Dear Readers: Although there is a change in leadership, the heart and soul of The Equiery will remain the same. The women you’ve come to know and love, who are the core of the publication, are here to serve you, and each is featured over a span of 4 weeks. I am so privileged to have had these women on my team, and I know and trust that they will continue to serve our readers, advertisers and community well. Before I go, I would like you to know a little bit more about who they really are, their roles within the team, and why I admire each so very much. – Crystal Brumme Pickett, Publisher/Editor 1991-2017
Carolyn Del Grosso – 12 years with The Equiery
Carolyn Del Grosso is, without a doubt, the Maryland horse industry’s “Steady Eddie,” the most reliable and dependable horse person you will ever meet. Up every morning at 4 a.m., she does the barn chores, trains horses, teaches lessons, arrives at The Equiery no later than 1 p.m., works until dusk, returns to the barn for night chores. Rinse, repeat.
In 2006, after over 20 years with County Saddlery, Carolyn decided she was ready for a change of venue. She first approached The Equiery to find out if we knew of anyone who was hiring. Impressed with her degree in accounting, her twenty years of actual bookkeeping creds, her warm and familiar personality, as well as her obvious disinclination to job-hop, I created a position for her at The Equiery!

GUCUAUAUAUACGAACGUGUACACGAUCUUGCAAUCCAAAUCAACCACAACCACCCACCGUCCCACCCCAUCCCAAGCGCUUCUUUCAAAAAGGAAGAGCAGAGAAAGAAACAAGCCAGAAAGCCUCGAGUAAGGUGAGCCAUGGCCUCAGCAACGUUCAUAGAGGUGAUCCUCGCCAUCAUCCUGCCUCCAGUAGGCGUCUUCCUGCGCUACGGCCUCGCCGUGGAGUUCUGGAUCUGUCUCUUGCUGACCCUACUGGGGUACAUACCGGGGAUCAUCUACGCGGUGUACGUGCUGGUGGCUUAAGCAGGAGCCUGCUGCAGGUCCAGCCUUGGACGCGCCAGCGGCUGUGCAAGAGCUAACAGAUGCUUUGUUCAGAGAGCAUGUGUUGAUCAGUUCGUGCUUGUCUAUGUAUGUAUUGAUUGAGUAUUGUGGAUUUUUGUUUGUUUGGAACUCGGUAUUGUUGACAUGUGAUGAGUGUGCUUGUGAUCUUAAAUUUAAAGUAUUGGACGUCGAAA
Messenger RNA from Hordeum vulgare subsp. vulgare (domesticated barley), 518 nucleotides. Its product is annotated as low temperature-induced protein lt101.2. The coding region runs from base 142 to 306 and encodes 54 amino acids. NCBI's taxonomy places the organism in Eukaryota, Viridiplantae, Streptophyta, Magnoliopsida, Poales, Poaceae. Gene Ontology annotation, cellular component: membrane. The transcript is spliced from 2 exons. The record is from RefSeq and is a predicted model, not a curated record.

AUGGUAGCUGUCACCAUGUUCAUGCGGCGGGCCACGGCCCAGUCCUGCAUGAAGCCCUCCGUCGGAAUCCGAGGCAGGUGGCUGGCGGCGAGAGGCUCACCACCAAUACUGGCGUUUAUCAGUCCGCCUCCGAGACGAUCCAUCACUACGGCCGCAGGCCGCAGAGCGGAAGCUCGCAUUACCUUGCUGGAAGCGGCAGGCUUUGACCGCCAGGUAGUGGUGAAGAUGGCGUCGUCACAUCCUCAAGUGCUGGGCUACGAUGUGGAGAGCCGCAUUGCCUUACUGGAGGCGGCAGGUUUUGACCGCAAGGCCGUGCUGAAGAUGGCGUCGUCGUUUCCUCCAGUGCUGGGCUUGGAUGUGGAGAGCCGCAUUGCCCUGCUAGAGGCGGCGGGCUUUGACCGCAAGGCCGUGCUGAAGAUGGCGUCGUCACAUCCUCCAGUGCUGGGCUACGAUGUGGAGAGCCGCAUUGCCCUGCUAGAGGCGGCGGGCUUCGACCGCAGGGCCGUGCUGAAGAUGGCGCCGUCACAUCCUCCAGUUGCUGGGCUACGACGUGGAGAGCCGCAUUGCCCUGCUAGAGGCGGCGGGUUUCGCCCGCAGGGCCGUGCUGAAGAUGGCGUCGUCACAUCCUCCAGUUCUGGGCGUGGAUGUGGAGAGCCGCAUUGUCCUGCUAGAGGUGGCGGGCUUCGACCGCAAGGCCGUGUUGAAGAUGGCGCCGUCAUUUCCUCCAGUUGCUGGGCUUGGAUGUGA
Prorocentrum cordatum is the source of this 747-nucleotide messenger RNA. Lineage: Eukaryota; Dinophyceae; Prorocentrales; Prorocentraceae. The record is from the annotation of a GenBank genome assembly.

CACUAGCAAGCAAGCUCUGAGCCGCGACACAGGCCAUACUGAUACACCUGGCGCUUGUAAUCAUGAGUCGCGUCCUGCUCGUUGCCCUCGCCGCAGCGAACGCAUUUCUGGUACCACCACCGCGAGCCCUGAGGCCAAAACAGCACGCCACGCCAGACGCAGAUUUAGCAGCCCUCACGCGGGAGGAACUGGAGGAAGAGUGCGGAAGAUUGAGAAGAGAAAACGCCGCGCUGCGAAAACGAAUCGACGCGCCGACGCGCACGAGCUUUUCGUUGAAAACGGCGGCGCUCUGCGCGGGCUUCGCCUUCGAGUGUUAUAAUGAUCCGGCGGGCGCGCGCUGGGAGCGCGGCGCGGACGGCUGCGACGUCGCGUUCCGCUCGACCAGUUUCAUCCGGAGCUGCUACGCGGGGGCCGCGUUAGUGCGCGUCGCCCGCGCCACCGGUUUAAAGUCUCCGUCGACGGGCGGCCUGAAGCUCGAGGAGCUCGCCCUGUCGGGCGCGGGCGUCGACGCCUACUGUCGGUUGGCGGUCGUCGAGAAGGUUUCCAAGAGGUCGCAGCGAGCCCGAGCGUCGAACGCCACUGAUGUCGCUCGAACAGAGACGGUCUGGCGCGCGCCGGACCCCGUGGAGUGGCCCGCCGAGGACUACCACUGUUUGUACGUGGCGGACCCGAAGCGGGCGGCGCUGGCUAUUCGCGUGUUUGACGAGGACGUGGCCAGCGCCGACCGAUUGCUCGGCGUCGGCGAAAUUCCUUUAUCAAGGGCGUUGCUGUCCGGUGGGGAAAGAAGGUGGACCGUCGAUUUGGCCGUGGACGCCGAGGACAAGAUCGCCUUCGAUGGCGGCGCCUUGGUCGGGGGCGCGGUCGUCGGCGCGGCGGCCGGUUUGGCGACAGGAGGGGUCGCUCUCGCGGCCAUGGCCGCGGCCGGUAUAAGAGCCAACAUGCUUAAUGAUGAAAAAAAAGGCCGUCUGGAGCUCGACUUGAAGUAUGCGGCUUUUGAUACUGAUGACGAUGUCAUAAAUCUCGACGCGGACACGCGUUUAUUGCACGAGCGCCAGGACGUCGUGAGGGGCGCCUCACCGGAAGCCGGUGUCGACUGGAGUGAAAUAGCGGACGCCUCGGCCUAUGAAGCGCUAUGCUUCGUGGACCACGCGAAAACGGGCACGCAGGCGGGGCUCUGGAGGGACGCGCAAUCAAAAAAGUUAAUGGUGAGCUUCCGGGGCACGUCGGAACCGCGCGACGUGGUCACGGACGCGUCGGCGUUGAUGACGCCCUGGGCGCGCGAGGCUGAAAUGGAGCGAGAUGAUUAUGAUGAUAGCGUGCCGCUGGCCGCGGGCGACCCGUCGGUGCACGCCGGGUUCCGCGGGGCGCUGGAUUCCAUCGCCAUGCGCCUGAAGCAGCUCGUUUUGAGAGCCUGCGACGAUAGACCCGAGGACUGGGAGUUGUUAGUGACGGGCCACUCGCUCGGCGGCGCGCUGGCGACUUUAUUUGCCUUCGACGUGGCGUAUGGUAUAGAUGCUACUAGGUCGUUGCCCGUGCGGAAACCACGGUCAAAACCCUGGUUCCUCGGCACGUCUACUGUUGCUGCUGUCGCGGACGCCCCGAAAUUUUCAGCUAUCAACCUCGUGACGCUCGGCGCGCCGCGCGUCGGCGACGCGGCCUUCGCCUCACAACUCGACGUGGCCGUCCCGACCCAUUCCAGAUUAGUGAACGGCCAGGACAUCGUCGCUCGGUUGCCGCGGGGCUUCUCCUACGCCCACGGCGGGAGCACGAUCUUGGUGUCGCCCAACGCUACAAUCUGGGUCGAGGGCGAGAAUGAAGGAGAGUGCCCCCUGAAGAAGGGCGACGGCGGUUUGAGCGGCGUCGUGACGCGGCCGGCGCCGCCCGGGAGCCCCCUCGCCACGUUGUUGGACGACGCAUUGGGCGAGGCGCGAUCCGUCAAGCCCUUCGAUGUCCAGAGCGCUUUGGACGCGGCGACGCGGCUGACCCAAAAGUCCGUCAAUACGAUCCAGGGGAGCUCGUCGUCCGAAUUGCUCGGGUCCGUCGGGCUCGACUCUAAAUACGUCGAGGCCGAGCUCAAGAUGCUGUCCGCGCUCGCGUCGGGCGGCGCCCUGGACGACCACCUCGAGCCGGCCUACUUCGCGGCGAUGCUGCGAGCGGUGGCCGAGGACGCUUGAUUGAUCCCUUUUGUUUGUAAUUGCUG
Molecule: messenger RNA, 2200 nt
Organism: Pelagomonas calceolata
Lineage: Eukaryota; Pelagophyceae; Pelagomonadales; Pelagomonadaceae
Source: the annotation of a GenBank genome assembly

Everyone in dressage knows Carolyn as the stalwart director on the Board of the Potomac Valley Dressage Association, which she has faithfully served for 30 years. Carolyn grew up in Montgomery County riding with Seneca Valley Pony Club, foxchasing and competing in every discipline, including eventing, jumpers and show hunters. But dressage was her natural calling, clicking with her steady, even workmanlike temperament. That steady, even temperament imbues everything she does, and when she joined The Equiery team in 2006, she easily blended in with the team.
Carolyn had been part of The Equiery long before she became a staffer, as she was one of our first stallion clients, back in 1992, when the local and national sport horse breeding industry was rocking and annual stallion issues were thick encyclopedias of advertising (no internet then!). Her Hanoverian stallion Arklicht, her Kris, her love, arrived from Germany on Christmas Eve 1984, and naturally he became “Kris Kringle.” Together, the two of them have competed through Grand Prix. Carolyn – and we – lost Kris this year. The consummate gentleman, may he rest in peace.
Fate works in mysterious ways. It was the go-go 2000s and The Equiery was growing exponentially. I could no longer handle the bookkeeping myself, but I did not have the time to find a bookkeeper. In walked Carolyn, wanting to know if we knew of anyone looking for a bookkeeper. I am grateful to Gene Freeze for not stealing her back! One of the warmest women I have known, former Equiery associate publisher LuAnne Levens referred to her as “warm pudding.” Honest, kind, unflappable and easy-going, Carolyn just blended right into The Equiery, unfazed by the monthly high/low crazy culture.